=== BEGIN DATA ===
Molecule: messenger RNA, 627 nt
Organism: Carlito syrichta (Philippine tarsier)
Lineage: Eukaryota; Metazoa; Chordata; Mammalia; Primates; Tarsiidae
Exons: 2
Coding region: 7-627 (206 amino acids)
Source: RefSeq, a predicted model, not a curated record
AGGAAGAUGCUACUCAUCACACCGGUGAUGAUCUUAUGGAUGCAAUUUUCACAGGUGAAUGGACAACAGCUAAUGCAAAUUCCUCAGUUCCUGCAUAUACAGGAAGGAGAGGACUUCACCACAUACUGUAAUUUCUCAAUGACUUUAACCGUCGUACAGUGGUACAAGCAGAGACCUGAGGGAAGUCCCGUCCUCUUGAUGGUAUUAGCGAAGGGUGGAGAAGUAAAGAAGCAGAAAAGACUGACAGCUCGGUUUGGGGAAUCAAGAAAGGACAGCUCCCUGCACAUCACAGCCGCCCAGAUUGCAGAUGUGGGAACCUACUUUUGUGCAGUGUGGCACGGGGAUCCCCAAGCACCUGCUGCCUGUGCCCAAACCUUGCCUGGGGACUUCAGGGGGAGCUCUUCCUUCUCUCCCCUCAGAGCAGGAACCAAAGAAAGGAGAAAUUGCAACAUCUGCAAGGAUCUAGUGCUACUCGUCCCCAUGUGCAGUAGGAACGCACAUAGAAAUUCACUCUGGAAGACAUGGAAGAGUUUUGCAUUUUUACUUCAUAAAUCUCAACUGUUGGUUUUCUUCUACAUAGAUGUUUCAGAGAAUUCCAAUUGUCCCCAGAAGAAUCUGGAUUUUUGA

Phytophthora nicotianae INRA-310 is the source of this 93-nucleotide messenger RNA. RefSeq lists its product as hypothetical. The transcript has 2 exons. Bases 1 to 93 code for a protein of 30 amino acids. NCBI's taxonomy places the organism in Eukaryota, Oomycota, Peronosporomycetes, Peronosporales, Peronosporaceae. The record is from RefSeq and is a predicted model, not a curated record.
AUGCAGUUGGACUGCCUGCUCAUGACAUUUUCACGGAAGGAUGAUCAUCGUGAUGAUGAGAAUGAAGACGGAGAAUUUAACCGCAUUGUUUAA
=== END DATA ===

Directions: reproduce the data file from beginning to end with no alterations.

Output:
Molecule: messenger RNA, 627 nt
Organism: Carlito syrichta (Philippine tarsier)
Lineage: Eukaryota; Metazoa; Chordata; Mammalia; Primates; Tarsiidae
Exons: 2
Coding region: 7-627 (206 amino acids)
Source: RefSeq, a predicted model, not a curated record
AGGAAGAUGCUACUCAUCACACCGGUGAUGAUCUUAUGGAUGCAAUUUUCACAGGUGAAUGGACAACAGCUAAUGCAAAUUCCUCAGUUCCUGCAUAUACAGGAAGGAGAGGACUUCACCACAUACUGUAAUUUCUCAAUGACUUUAACCGUCGUACAGUGGUACAAGCAGAGACCUGAGGGAAGUCCCGUCCUCUUGAUGGUAUUAGCGAAGGGUGGAGAAGUAAAGAAGCAGAAAAGACUGACAGCUCGGUUUGGGGAAUCAAGAAAGGACAGCUCCCUGCACAUCACAGCCGCCCAGAUUGCAGAUGUGGGAACCUACUUUUGUGCAGUGUGGCACGGGGAUCCCCAAGCACCUGCUGCCUGUGCCCAAACCUUGCCUGGGGACUUCAGGGGGAGCUCUUCCUUCUCUCCCCUCAGAGCAGGAACCAAAGAAAGGAGAAAUUGCAACAUCUGCAAGGAUCUAGUGCUACUCGUCCCCAUGUGCAGUAGGAACGCACAUAGAAAUUCACUCUGGAAGACAUGGAAGAGUUUUGCAUUUUUACUUCAUAAAUCUCAACUGUUGGUUUUCUUCUACAUAGAUGUUUCAGAGAAUUCCAAUUGUCCCCAGAAGAAUCUGGAUUUUUGA

Phytophthora nicotianae INRA-310 is the source of this 93-nucleotide messenger RNA. RefSeq lists its product as hypothetical. The transcript has 2 exons. Bases 1 to 93 code for a protein of 30 amino acids. NCBI's taxonomy places the organism in Eukaryota, Oomycota, Peronosporomycetes, Peronosporales, Peronosporaceae. The record is from RefSeq and is a predicted model, not a curated record.
AUGCAGUUGGACUGCCUGCUCAUGACAUUUUCACGGAAGGAUGAUCAUCGUGAUGAUGAGAAUGAAGACGGAGAAUUUAACCGCAUUGUUUAA